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12.7 data.cache - キャッシュ

Module: data.cache

A cache is similar to a dictionary, associating keys to values, but its entries may dissapear according to the policy of the cache algorithm. This module defines a common protocol for cache datatypes, and also provides several typical cache implementations.

Examples

Let’s start from simple examples to get the idea.

Suppose you want to read files and you want to cache the frequently read ones. The following code defines a cached version of file->string:

(use data.cache)
(use file.util)

(define file->string/cached
  (let1 file-cache (make-lru-cache 10 :comparator string-comparator)
    (^[path] (cache-through! file-cache path file->string))))

The procedure closes a variable file-cache, which is an LRU (least recently used) cache that associates string pathnames to the file contents. The actual logic is in cache-through!, which first consults the cache if it has an entry for the path. If the cache has the entry, its value (the file content) is returned. If not, it calls file->string with the path to fetch the file content, register it to the cache, and return it. The capacity of cache is set to 10 (the first argument of make-lru-cache), so when the 11th file is read, the least recently used file will be purged from the cache.

The effect of cache isn’t very visible in the above example. You can insert some print stubs to see the cache is actually in action:

(define file->string/cached
  (let1 file-cache (make-lru-cache 10 :comparator string-comparator)
    (^[path]
      (print #"file->string/cached called on ~path")
      (cache-through! file-cache path
                      (^[path]
                        (print #"cache miss.  fetching ~path")
                        (file->string path))))))

Caveat: A cache itself isn’t MT-safe. If you are using it in multithreaded programs, you have to wrap it with an atom (see 同期プリミティブ):

(use data.cache)
(use file.util)
(use gauche.threads)

(define file->string/cached
  (let1 file-cache (atom (make-lru-cache 10 :comparator string-comparator))
    (^[path]
      (atomic file-cache (cut cache-through! <> path file->string)))))

Common properties of caches

A cache of any kind has a comparator and a storage. The comparator is used to compare keys; in the example above, we use string-comparator to compare string pathnames (See 基本的な比較器, for more about comparators).

The storage is a dictionary that maps keys to internal structures of the cache. By default, a hashtable is created automatically using the given comparator (or, if a comparator is omitted, using default-comparator). The comparator must have hash function.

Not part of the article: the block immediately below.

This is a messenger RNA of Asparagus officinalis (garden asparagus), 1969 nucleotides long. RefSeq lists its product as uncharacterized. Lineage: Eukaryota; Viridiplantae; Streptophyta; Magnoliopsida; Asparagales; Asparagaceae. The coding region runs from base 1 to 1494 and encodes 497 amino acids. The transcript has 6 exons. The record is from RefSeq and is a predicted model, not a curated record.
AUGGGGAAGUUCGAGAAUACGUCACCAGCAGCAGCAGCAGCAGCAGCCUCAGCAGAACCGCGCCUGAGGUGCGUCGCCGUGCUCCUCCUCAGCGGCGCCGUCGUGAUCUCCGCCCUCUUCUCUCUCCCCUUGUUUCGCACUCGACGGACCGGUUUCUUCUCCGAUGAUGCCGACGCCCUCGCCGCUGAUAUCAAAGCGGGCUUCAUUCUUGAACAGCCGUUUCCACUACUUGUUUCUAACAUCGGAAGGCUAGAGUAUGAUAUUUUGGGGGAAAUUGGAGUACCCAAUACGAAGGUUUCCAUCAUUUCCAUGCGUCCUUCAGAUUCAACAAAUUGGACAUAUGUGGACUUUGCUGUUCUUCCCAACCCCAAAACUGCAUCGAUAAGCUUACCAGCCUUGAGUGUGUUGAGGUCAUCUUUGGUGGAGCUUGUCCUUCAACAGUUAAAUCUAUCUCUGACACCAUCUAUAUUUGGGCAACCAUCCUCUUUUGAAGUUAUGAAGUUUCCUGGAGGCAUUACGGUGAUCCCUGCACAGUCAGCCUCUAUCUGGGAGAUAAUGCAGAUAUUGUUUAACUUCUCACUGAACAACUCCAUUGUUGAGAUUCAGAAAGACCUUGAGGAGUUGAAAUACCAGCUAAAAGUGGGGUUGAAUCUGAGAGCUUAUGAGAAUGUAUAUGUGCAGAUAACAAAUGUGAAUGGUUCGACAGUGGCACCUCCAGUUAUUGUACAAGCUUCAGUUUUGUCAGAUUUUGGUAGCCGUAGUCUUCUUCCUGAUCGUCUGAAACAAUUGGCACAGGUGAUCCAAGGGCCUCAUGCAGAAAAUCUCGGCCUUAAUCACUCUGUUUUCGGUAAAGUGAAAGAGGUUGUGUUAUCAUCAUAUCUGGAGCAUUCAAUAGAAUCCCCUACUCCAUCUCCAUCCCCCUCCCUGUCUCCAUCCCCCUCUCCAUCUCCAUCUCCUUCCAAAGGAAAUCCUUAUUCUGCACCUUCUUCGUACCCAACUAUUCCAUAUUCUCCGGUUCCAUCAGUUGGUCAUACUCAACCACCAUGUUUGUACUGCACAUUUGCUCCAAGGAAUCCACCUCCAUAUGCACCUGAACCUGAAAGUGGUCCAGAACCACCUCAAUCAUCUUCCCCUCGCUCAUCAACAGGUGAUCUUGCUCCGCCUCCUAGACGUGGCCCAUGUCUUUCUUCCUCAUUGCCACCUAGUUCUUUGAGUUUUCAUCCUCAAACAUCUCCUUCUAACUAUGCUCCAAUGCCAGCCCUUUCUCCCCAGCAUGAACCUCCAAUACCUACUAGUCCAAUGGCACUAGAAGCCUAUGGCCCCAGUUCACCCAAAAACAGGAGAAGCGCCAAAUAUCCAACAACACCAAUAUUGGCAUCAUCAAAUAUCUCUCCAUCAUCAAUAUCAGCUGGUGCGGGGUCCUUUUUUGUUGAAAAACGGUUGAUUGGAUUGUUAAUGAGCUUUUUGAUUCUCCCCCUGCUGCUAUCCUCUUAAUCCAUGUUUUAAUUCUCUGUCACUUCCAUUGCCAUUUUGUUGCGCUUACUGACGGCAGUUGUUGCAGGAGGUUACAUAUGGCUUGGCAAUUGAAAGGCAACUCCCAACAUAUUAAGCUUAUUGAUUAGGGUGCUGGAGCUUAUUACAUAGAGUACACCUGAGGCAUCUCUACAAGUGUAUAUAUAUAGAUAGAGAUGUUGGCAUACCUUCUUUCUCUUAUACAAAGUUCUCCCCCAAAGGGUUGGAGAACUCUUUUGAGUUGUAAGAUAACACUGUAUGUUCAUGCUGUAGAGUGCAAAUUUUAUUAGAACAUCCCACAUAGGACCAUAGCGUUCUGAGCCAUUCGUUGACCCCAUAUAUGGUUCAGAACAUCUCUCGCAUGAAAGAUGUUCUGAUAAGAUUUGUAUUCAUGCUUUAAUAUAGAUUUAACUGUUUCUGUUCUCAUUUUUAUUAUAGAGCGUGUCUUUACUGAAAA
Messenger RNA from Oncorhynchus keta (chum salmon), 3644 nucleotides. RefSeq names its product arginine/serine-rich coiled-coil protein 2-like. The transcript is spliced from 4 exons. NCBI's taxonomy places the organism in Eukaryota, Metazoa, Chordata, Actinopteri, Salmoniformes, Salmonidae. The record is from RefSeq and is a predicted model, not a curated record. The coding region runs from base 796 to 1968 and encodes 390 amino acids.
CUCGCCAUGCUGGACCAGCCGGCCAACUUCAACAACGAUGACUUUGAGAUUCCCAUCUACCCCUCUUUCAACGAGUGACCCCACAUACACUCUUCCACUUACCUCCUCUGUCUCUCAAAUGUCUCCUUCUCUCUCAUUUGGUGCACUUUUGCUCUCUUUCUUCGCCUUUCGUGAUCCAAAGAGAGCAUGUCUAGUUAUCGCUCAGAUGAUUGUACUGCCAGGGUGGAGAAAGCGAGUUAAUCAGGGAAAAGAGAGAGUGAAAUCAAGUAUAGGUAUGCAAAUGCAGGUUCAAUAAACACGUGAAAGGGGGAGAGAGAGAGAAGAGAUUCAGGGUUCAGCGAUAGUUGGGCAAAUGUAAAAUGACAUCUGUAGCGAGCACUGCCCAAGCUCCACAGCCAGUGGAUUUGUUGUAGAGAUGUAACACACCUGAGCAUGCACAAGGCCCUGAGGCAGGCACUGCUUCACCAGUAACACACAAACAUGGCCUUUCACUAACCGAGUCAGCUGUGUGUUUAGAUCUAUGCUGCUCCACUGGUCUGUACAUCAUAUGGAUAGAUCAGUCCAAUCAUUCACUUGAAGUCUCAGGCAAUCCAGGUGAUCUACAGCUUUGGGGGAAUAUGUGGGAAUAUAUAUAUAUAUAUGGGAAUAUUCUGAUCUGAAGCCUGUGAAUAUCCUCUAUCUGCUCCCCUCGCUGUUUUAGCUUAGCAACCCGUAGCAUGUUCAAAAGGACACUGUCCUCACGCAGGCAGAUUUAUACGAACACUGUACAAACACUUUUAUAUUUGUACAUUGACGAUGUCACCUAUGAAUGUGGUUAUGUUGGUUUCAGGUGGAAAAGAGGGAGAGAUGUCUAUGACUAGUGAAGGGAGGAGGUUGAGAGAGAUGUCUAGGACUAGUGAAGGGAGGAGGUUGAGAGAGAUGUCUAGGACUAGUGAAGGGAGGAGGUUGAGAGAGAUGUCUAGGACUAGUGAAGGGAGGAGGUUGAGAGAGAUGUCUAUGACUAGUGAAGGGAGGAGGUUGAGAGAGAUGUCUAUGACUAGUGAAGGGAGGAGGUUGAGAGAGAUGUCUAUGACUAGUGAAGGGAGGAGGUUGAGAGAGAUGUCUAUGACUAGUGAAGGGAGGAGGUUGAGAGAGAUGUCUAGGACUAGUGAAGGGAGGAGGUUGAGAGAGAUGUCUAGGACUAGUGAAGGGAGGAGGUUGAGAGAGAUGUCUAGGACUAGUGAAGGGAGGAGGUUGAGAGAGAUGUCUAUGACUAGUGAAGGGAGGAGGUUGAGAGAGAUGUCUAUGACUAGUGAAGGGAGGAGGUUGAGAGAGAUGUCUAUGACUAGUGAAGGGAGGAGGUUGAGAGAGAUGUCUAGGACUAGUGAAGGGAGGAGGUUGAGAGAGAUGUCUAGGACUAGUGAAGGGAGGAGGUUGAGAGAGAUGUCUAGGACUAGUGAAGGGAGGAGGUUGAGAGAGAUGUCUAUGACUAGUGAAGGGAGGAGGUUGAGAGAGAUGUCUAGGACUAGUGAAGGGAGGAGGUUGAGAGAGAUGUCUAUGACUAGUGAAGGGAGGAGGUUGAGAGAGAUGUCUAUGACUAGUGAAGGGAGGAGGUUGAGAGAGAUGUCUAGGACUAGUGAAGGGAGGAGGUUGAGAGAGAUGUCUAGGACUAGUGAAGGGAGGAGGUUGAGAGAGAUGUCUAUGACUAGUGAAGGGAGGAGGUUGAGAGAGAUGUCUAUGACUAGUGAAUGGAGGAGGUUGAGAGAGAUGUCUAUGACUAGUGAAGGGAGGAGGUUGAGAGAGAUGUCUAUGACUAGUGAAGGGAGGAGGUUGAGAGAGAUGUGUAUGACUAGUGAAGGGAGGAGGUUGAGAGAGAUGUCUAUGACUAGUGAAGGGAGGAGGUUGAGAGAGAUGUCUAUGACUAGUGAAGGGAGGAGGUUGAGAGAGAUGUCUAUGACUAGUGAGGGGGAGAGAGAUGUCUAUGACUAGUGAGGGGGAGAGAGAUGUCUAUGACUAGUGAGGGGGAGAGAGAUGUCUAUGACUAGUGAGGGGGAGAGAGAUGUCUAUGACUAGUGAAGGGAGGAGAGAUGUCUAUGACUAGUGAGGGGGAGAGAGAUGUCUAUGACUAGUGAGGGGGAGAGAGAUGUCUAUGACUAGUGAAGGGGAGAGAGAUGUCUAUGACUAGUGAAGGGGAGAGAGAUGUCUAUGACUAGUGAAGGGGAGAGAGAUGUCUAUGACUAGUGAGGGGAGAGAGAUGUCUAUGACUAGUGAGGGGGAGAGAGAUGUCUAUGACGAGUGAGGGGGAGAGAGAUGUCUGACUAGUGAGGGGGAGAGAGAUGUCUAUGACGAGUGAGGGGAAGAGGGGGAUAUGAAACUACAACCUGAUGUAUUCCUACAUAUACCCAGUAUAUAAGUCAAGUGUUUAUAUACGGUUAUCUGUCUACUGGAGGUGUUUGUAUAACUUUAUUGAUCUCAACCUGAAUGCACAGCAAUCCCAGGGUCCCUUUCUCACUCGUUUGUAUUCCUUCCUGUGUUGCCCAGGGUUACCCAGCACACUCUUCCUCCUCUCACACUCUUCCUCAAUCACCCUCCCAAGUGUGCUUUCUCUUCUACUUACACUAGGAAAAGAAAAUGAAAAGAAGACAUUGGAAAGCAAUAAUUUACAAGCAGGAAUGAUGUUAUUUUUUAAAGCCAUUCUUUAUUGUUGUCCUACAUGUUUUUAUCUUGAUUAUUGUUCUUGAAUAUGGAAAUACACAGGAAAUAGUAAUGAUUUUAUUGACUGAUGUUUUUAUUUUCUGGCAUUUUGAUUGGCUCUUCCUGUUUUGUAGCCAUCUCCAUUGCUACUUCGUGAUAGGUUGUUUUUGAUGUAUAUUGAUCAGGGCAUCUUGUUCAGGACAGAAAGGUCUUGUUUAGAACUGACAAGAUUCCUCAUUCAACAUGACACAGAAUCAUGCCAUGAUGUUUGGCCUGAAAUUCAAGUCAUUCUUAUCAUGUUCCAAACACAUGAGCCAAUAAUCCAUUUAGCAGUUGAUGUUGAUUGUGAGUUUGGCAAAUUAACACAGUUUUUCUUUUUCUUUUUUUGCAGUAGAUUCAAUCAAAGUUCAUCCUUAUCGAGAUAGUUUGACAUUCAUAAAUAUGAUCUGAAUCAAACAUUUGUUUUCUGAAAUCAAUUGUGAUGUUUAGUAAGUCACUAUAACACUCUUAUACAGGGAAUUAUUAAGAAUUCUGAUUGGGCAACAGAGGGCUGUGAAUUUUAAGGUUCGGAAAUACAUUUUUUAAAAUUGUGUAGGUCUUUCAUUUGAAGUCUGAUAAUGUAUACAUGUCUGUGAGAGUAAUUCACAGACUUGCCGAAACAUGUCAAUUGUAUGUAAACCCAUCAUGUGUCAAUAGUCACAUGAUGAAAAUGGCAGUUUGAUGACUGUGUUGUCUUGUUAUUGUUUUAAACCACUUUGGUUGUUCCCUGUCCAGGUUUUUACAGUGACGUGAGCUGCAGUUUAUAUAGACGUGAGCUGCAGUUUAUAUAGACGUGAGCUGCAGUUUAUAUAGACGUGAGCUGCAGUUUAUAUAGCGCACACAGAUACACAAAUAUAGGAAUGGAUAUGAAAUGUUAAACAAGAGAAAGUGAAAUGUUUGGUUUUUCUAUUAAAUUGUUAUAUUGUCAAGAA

Alternatively, you can give a pre-filled dictionary (copied from another instance of the same kind of cache) to start cache with some data already in it. Note that what the cache keeps in the dictionary totally depends on the cache algorithm, so you can’t just pass a random dictionary; it has to be created by the same kind of cache. If you pass in the storage, the comparator is taken from it.

Thus, the comparator constructors uniformly take keyword arguments comparator and storage; you can specify either one, or omit both to use the defaults.

Predefined caches

For storage and comparator keyword arguments, see above.

Function: make-fifo-cache capacity :key storage comparator

Creates and returns a FIFO (first-in, first-out) cache that can hold up to capacity entries. If the number of entries exceeds capacity, the oldest entry is removed.

Function: make-lru-cache capacity :key storage comparator

Creates and returns an LRU (least recently used) cache that can hold up to capacity entries. If the number of entries exceeds capacity, the least recently used entry is removed.

Function: make-ttl-cache timeout :key storage comparator timestamper

Creates and returns a TTL (time to live) cache with the timeout value timeout. Each entry is timestamped when it’s inserted, and it is removed when the current time passes timeout unit from the timestamp. The actual entry removal is done when the cache is accessed.